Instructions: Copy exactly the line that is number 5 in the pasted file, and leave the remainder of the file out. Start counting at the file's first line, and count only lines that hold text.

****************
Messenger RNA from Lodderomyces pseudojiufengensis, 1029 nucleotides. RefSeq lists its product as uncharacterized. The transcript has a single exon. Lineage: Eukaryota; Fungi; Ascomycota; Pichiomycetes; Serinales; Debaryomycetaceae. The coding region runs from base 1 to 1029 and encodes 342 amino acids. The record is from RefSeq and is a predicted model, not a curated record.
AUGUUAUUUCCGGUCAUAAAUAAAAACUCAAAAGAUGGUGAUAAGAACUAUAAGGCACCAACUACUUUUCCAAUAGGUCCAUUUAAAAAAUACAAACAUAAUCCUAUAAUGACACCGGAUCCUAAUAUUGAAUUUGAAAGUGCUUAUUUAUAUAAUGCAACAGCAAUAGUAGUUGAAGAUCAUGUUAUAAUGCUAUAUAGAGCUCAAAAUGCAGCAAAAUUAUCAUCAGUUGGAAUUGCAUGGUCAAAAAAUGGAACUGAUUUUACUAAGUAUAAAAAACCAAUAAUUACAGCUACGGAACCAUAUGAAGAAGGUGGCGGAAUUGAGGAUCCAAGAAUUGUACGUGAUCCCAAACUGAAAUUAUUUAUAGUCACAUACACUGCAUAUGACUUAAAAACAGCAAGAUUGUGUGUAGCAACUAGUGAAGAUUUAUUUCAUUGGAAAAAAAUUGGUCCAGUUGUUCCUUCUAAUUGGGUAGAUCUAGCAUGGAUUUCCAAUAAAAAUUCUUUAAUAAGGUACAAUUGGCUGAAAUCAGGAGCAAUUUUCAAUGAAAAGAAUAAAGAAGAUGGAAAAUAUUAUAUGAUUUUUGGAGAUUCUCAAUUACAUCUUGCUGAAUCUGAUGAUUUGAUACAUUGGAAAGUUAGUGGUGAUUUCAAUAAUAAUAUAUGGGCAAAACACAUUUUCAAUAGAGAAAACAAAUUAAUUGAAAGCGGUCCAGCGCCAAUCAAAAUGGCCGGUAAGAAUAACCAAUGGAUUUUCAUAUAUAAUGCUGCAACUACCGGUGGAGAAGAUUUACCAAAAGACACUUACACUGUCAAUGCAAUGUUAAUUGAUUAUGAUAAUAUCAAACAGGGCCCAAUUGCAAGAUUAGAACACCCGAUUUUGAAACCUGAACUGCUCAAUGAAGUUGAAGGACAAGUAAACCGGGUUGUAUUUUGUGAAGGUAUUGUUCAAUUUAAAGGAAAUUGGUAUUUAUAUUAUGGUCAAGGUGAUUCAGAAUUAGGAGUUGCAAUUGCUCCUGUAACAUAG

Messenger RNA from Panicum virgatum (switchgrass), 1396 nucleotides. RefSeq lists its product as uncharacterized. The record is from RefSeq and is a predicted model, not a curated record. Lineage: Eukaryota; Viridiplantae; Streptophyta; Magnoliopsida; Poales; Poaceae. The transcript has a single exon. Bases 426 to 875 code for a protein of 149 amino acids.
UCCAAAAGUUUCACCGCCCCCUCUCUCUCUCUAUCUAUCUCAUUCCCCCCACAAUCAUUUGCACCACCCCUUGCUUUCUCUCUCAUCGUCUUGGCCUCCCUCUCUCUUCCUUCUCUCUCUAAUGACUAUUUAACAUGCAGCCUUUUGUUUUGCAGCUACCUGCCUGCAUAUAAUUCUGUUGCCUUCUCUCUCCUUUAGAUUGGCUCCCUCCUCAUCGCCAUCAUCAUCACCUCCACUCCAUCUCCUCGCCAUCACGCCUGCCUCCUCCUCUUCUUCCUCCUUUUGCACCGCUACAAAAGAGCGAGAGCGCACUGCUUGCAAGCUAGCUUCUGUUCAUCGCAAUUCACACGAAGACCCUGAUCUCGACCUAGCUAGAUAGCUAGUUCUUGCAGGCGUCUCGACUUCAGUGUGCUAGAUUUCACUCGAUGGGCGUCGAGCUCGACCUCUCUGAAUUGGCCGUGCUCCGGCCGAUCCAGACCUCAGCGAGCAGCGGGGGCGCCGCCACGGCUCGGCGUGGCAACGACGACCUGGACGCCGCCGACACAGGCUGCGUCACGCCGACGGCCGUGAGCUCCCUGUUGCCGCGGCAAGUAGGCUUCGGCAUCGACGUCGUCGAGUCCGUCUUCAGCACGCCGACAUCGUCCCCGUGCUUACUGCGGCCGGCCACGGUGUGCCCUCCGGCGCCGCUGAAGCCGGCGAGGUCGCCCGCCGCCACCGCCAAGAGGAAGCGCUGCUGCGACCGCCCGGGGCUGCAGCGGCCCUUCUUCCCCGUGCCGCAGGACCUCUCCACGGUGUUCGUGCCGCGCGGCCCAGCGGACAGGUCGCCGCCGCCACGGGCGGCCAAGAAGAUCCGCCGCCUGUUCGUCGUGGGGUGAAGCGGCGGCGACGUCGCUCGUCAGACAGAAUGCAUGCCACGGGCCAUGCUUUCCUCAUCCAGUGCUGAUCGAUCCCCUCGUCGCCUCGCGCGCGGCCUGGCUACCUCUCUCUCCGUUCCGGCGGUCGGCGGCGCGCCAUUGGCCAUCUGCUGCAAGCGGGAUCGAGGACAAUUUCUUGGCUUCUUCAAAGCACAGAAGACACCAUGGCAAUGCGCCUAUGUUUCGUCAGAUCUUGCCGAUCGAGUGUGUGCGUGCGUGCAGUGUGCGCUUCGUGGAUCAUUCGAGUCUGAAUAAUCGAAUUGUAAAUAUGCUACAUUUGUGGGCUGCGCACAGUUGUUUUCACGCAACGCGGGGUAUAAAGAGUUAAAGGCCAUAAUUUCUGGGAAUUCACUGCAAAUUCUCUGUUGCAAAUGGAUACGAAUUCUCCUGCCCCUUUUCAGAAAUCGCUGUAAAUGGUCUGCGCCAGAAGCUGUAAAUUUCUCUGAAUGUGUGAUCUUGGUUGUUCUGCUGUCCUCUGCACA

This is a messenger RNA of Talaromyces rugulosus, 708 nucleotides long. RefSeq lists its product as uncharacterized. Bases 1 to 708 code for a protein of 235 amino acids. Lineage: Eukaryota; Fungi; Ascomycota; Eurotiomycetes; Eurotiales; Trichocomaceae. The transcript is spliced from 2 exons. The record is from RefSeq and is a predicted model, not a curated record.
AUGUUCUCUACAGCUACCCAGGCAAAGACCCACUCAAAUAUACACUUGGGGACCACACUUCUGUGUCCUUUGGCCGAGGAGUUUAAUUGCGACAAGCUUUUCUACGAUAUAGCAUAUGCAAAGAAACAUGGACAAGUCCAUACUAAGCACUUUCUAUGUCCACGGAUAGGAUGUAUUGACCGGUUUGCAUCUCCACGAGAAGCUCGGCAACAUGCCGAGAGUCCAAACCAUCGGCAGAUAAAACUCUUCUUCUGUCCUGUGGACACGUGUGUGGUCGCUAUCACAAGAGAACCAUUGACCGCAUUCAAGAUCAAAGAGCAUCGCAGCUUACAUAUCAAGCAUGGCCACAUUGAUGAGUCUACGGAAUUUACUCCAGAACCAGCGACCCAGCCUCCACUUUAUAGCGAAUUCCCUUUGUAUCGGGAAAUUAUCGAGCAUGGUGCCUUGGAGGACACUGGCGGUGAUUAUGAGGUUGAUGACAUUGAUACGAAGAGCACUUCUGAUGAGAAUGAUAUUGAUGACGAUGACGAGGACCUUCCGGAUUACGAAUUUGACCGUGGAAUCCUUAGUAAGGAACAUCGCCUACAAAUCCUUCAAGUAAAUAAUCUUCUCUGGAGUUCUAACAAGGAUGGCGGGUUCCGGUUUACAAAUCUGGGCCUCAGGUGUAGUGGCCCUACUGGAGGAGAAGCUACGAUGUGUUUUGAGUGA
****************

This is a messenger RNA of Talaromyces rugulosus, 708 nucleotides long. RefSeq lists its product as uncharacterized. Bases 1 to 708 code for a protein of 235 amino acids. Lineage: Eukaryota; Fungi; Ascomycota; Eurotiomycetes; Eurotiales; Trichocomaceae. The transcript is spliced from 2 exons. The record is from RefSeq and is a predicted model, not a curated record.